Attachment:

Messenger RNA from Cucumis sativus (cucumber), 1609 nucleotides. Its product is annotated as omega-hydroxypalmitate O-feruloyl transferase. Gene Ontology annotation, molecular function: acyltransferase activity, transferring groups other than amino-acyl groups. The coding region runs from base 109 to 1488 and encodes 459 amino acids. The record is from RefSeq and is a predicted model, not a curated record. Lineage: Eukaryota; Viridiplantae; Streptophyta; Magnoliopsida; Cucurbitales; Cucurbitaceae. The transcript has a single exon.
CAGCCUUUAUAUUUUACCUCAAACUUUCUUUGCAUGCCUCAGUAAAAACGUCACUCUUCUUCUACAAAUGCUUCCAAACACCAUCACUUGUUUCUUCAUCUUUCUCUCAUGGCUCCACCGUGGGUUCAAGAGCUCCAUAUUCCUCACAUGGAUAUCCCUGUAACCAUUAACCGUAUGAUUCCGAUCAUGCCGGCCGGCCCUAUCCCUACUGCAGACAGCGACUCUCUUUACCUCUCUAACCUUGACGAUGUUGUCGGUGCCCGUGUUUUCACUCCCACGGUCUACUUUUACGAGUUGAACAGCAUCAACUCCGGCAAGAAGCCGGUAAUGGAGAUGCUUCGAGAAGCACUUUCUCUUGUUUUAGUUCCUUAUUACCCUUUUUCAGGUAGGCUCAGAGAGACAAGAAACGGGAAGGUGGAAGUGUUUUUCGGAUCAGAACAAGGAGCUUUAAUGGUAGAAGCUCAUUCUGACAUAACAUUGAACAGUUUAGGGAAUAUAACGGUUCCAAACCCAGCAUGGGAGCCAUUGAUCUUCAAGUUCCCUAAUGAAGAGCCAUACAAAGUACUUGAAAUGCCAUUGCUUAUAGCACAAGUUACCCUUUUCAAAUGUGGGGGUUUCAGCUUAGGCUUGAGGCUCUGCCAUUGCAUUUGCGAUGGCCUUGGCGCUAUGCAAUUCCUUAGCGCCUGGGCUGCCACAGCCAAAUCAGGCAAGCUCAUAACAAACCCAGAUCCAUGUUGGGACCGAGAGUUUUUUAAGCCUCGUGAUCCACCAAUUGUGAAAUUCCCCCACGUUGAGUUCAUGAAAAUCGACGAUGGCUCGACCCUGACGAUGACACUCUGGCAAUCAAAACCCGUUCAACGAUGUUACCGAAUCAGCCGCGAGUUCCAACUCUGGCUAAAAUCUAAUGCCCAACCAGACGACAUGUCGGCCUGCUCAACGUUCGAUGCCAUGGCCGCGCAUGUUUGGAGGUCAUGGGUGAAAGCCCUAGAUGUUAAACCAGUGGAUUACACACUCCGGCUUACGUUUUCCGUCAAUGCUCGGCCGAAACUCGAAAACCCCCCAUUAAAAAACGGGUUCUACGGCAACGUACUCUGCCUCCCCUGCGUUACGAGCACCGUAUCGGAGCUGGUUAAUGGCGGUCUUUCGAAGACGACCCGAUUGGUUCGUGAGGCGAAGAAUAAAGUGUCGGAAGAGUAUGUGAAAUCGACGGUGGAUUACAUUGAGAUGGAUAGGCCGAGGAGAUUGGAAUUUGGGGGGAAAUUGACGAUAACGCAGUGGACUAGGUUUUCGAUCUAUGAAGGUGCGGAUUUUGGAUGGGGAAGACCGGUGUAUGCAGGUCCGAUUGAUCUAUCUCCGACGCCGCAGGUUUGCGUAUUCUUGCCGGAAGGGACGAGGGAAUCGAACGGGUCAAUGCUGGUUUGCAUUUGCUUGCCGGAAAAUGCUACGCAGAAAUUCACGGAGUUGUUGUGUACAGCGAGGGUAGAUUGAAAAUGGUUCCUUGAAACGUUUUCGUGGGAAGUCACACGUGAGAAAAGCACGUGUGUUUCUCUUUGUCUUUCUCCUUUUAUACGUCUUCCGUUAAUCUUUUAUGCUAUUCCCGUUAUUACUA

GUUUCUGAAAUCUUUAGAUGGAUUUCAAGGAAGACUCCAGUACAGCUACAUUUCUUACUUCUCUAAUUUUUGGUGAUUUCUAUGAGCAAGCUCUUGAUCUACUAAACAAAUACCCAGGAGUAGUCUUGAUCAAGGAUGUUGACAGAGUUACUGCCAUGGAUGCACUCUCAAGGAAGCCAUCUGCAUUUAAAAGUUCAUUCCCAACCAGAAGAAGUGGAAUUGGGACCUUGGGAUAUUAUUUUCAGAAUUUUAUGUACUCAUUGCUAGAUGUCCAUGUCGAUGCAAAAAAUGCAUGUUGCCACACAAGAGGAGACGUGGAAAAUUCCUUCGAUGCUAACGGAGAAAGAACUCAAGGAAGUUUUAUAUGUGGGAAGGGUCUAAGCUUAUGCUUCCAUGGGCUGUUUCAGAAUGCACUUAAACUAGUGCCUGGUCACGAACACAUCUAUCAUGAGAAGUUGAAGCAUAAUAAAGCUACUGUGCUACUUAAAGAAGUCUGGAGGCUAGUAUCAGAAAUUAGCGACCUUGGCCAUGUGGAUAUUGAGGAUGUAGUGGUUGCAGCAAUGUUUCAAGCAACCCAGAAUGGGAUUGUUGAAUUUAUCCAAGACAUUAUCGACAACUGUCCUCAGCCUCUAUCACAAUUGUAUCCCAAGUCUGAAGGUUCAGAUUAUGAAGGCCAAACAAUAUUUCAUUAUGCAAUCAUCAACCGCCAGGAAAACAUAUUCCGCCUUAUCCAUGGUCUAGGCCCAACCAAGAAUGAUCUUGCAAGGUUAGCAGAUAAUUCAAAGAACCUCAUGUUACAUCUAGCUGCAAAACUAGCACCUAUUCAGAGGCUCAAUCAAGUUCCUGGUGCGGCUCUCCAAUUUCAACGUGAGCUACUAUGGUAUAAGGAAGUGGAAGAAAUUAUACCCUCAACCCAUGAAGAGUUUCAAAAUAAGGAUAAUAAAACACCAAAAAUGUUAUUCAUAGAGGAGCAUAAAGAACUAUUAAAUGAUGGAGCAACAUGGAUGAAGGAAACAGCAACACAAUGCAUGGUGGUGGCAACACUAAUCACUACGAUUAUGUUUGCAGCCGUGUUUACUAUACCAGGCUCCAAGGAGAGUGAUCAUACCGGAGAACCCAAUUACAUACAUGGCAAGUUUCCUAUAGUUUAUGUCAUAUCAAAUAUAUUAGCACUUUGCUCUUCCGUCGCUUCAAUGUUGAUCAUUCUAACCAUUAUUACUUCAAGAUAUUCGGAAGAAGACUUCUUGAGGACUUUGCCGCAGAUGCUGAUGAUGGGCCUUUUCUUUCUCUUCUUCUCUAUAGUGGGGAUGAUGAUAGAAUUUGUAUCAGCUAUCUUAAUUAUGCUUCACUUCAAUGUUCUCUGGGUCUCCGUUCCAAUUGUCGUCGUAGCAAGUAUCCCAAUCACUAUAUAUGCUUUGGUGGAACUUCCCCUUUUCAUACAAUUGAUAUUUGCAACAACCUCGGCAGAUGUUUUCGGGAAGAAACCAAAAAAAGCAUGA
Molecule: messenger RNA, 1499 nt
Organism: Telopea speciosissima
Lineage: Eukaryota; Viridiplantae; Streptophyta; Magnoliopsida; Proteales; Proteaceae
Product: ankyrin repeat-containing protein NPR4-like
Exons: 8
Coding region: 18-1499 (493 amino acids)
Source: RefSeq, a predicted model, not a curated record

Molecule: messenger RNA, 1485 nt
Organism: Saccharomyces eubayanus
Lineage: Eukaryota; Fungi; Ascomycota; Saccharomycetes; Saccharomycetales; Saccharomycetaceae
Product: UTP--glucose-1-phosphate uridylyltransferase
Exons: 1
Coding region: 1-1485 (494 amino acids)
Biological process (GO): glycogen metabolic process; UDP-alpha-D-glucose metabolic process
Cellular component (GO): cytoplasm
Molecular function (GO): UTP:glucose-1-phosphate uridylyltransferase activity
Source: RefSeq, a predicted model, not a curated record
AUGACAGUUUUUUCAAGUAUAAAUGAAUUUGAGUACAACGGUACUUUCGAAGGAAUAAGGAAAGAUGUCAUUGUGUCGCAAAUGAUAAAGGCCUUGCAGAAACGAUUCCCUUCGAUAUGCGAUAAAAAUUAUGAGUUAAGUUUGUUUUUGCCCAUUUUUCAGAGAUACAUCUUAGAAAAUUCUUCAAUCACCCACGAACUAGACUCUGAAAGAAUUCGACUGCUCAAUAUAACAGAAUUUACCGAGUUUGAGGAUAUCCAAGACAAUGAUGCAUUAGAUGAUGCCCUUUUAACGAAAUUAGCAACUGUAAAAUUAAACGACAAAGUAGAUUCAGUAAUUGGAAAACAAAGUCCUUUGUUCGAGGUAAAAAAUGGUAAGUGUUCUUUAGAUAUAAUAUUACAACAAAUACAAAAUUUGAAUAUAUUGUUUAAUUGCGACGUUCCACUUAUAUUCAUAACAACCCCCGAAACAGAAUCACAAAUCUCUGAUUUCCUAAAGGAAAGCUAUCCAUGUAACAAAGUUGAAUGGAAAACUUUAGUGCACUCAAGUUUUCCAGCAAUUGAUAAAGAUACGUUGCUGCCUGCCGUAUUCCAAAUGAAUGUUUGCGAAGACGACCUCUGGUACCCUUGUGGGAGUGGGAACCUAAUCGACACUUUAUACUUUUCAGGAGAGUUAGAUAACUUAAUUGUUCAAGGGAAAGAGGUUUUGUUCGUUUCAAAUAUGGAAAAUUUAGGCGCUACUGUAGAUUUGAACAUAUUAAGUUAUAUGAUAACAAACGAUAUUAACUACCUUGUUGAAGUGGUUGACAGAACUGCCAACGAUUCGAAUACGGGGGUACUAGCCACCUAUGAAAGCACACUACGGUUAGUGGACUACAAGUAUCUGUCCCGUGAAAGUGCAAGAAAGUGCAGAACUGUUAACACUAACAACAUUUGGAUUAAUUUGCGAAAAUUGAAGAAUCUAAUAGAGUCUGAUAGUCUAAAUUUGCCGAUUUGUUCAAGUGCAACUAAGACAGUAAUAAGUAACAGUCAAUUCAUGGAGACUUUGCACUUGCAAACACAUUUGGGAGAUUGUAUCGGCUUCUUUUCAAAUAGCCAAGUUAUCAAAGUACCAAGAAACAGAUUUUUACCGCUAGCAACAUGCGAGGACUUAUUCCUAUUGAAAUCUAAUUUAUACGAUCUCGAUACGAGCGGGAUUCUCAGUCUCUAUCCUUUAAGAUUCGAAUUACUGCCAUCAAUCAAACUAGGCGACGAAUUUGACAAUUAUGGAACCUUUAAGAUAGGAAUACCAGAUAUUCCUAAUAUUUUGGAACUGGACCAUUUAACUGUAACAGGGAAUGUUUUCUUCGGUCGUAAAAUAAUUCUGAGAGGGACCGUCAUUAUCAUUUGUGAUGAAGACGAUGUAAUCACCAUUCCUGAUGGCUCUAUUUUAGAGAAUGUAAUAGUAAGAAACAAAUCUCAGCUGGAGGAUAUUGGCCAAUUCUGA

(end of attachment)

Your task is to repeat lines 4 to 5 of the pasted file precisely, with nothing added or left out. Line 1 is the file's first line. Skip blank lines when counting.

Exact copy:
Molecule: messenger RNA, 1499 nt
Organism: Telopea speciosissima